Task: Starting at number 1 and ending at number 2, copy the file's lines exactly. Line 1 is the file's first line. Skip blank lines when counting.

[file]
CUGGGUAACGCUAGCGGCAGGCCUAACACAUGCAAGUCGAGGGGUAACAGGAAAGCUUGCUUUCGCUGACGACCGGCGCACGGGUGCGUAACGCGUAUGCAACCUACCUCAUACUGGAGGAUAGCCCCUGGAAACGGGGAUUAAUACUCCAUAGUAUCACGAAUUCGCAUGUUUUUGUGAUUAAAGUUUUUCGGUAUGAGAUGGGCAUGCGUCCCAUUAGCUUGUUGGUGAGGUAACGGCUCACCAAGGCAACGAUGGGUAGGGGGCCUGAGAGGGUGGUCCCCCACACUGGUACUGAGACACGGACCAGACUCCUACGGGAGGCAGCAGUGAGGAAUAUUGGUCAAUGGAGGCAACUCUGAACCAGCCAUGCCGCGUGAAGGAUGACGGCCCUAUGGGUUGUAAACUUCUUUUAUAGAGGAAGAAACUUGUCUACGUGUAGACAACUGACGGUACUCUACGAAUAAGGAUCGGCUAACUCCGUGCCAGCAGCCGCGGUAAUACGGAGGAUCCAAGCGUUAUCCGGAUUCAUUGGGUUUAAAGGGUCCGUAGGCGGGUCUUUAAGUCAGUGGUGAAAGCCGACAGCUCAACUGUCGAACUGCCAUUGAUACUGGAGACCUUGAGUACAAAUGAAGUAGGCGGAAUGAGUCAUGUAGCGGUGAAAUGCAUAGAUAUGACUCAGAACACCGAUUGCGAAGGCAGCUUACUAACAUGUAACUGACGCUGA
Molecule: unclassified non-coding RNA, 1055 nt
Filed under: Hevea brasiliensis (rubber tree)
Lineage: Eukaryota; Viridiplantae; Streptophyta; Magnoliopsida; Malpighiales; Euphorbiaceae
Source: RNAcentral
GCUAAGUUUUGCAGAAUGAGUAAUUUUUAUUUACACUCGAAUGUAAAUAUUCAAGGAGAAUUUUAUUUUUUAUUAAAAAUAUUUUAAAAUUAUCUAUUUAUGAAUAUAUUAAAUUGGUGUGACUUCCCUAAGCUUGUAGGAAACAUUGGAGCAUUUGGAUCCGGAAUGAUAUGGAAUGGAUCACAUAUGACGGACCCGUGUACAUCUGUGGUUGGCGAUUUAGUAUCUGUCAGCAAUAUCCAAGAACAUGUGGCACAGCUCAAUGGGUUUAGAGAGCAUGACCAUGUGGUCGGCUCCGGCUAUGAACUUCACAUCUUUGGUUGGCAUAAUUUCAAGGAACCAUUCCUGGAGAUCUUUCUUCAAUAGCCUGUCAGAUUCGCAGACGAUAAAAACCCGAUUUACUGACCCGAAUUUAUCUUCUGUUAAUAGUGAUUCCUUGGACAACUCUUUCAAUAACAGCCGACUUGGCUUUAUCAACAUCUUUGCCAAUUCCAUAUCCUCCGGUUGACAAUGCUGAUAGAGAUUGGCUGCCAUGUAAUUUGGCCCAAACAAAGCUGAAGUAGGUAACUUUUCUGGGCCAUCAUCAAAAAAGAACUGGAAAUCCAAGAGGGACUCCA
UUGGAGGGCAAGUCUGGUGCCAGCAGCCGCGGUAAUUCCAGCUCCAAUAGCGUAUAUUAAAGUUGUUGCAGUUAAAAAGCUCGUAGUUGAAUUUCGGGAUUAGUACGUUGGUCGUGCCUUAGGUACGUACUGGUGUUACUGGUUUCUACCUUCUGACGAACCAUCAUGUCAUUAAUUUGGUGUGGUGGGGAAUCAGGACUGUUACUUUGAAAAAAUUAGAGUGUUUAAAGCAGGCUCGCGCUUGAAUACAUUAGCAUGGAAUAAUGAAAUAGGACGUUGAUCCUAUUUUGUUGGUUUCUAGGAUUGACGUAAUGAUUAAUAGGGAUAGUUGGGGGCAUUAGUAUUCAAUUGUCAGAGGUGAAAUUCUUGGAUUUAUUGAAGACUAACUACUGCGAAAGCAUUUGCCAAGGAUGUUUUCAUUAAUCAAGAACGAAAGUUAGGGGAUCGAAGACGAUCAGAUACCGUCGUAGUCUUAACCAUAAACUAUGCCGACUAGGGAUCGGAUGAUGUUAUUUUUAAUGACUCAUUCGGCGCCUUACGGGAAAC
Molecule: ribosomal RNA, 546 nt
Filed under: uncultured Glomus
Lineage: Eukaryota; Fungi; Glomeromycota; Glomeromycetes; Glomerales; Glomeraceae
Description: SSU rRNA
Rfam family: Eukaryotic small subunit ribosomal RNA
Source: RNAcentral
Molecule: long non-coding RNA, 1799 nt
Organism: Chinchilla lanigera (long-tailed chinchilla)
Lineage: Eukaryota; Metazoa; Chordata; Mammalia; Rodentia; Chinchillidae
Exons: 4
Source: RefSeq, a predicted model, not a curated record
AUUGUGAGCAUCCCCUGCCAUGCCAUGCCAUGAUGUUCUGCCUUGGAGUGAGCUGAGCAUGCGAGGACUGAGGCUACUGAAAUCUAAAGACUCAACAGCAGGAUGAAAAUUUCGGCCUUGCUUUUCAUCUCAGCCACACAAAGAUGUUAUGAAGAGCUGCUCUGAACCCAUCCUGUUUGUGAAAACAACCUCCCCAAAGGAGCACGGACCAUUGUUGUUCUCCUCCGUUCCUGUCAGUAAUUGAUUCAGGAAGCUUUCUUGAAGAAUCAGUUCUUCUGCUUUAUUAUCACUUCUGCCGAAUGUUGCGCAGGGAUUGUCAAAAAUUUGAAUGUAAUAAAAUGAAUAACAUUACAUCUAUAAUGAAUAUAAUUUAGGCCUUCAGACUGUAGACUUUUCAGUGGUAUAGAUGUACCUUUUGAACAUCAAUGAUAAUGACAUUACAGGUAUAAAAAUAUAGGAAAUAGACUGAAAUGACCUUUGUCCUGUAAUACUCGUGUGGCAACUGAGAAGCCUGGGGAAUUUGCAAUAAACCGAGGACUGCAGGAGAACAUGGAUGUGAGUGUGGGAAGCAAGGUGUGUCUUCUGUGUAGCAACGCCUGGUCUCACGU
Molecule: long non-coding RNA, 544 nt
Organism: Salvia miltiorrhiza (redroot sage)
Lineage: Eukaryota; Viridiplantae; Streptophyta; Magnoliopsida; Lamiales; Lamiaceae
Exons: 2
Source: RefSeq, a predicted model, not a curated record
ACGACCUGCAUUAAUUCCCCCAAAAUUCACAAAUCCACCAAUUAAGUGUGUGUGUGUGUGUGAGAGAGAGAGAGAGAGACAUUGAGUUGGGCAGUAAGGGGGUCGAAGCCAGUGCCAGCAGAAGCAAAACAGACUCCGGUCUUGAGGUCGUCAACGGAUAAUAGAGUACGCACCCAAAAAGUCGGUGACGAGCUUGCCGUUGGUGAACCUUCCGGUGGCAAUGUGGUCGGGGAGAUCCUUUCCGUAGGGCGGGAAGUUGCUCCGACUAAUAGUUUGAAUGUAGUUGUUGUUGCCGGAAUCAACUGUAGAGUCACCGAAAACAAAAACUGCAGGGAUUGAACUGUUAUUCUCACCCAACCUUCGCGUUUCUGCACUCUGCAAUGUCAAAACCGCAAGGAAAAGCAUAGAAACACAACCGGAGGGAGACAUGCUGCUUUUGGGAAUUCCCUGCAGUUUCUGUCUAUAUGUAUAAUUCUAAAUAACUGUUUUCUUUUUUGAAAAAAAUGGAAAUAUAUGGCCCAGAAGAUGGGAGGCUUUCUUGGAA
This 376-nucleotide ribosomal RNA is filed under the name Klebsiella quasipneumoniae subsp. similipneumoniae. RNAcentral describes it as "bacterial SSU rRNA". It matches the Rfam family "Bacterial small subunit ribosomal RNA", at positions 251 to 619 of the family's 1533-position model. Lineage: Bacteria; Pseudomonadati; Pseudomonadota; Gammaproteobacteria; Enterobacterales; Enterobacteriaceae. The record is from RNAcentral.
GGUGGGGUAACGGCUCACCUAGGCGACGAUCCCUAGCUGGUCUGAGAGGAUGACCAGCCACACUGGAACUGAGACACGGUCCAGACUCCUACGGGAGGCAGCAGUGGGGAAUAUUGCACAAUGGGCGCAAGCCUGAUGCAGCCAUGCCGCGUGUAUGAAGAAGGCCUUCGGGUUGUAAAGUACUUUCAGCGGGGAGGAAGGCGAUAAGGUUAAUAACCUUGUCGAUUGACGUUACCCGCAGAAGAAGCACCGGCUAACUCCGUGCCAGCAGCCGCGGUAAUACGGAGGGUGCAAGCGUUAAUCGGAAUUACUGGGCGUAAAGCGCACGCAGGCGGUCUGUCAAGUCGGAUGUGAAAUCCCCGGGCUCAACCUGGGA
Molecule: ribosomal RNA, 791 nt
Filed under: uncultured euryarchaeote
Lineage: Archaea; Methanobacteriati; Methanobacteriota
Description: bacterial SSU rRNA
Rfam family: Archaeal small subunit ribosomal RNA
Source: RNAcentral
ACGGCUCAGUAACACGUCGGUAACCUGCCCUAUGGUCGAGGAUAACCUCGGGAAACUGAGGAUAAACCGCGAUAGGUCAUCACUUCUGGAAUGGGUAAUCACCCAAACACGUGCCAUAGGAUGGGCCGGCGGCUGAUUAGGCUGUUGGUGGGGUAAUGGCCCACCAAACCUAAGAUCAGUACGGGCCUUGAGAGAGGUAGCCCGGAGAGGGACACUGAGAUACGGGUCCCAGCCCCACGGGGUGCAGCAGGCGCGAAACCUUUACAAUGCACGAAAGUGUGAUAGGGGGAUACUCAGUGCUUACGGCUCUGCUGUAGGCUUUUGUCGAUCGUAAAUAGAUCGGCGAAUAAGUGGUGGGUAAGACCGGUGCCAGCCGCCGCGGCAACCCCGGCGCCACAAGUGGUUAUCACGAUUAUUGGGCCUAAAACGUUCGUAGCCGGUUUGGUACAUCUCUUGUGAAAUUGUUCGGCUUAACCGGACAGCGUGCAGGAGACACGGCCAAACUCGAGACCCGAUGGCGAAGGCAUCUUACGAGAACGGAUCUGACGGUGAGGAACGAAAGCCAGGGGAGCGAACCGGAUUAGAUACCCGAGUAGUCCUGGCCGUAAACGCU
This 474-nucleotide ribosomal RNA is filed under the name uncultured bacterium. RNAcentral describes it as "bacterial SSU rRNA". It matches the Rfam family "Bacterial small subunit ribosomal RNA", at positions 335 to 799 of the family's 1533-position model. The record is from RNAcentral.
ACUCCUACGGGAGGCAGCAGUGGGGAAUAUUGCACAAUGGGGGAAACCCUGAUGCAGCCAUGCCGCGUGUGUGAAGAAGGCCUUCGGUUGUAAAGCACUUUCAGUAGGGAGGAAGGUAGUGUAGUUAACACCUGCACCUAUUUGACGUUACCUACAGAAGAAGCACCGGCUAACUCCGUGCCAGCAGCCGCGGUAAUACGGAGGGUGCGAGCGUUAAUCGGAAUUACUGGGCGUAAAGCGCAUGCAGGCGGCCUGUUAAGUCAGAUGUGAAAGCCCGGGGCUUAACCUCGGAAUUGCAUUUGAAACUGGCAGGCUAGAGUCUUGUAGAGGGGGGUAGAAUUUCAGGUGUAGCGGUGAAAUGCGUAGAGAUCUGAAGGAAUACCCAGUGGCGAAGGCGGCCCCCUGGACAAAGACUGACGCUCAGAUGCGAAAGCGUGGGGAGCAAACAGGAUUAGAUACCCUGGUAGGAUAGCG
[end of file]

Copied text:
CUGGGUAACGCUAGCGGCAGGCCUAACACAUGCAAGUCGAGGGGUAACAGGAAAGCUUGCUUUCGCUGACGACCGGCGCACGGGUGCGUAACGCGUAUGCAACCUACCUCAUACUGGAGGAUAGCCCCUGGAAACGGGGAUUAAUACUCCAUAGUAUCACGAAUUCGCAUGUUUUUGUGAUUAAAGUUUUUCGGUAUGAGAUGGGCAUGCGUCCCAUUAGCUUGUUGGUGAGGUAACGGCUCACCAAGGCAACGAUGGGUAGGGGGCCUGAGAGGGUGGUCCCCCACACUGGUACUGAGACACGGACCAGACUCCUACGGGAGGCAGCAGUGAGGAAUAUUGGUCAAUGGAGGCAACUCUGAACCAGCCAUGCCGCGUGAAGGAUGACGGCCCUAUGGGUUGUAAACUUCUUUUAUAGAGGAAGAAACUUGUCUACGUGUAGACAACUGACGGUACUCUACGAAUAAGGAUCGGCUAACUCCGUGCCAGCAGCCGCGGUAAUACGGAGGAUCCAAGCGUUAUCCGGAUUCAUUGGGUUUAAAGGGUCCGUAGGCGGGUCUUUAAGUCAGUGGUGAAAGCCGACAGCUCAACUGUCGAACUGCCAUUGAUACUGGAGACCUUGAGUACAAAUGAAGUAGGCGGAAUGAGUCAUGUAGCGGUGAAAUGCAUAGAUAUGACUCAGAACACCGAUUGCGAAGGCAGCUUACUAACAUGUAACUGACGCUGA
Molecule: unclassified non-coding RNA, 1055 nt